28. This talk brings up an important issue.

    Talking about who will lead us is one part, but what are we going to do collectively to build the party after Nov 2008? What are our short and long term goals. We can’t wait for the National Party to get everything together, because they are not centralized and they are moving a little slow. But us, techies move fast and we need to move.

    How bout a series of Think Tanks in regions, building up local chapters, making a 3rd/Green Party Documentary, creating a Young Greens organization to pass the torch, getting our frames together, flooding Youtube with videos and motivating clips, getting all Greens on Greenchange.org, and winning local elections.

    How bout that. Enough talk and cynicism. We need to act. Who’s with me?

  29. This invokes Clemente’s statement that the Green Party “is not the alternative, we are the imperative”. We seem to wait for a sense of urgency, that the “time is right”, but dammit isn’t this pretty damn urgent? Isn’t every time right – especially now-time? Can things get much worse? Or a better question – can they get much better? They can definitely get worse.

    By the way, I signed up with an account on Greenchange.org yesterday. There is a LOT of potential for Green networking there. I am ON BOARD. Sign up and get connected. We are going to explore ways that greenpartywatch.org can work more closely with Green Change and other Green networking sites. We need to pool our resources to offer the greatest solutions to the greatest problems plaguing America and the world.

  30. Our next presidential candidate should be working now to rebuild the progressive left-wing anti-war movement that was decimated by misdirection into the John Kerry campaign and the Pelosi/Reid Congress, rather than latching on to reactionary right-wing opportunists like Ron Paul and Alex Jones.

    Our next presidential candidate should not follow a kook economics guru who agrees with the late Jörg Haider about the Hitler regime. (http://www.webofdebt.com/articles/bankrupt-germany.php)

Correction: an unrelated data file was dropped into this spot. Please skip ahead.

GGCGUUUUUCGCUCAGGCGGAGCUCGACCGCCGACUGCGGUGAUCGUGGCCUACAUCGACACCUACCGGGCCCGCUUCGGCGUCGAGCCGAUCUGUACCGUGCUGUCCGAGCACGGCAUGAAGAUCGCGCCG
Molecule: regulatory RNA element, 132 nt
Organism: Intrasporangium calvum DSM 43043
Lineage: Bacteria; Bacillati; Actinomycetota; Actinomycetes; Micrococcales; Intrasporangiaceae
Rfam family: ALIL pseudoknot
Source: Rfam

Our next presidential candidate should be skeptical about “official” government stories about the causes of disasters like 9/11 and Katrina but also skeptical about alternative theories that are unsupported by evidence.

    And so I am not accused of burying my criticisms: Sadly, I think I must argue that our next presidential candidate should not be Cynthia McKinney.

    For the record, I have donated in the past to the McKinney campaign, though I do not plan to do so again. Has anyone here looked at her campaign spending reports?

  31. I would like to see Carl Mayer who has served as Ralph Nader’s campaign treasurer for both his 2004 and 2008 runs on the ticket. In 2000 running as a Green Mayer raised $259,257 for a US House run in New Jersey. Mayer could bring proven fund raising to a Green ticket, and possibly bring a number of Naderites back into the Green Party, by mending some of the lasting wounds from the last few election cycles. I also would like to see Matt Gonzalez on the ticket in 2008 I would have like him to see him in the VP slot with McKinney. Putting Gonzalez on the top of the ticket might not produce the Nader 2000 results but it would help to reunite progressives (due to the enormous respect that Gonzalez has in the progressive community). The combination of Gonzalez/Mayer would not generate 2000 type media but would likely deliver 3-400,000 votes and do a great deal for party building.

  32. I would love to see someone with good business sense and a strong background in global travels as well as finances. Someone who not only sees the world’s problems, but can empathize with the people dealing with those problems. I want to see someone in office who is not just thinking about now but also 10 or 20 years from today. A person who can help people, but not in a condisending way. A People person!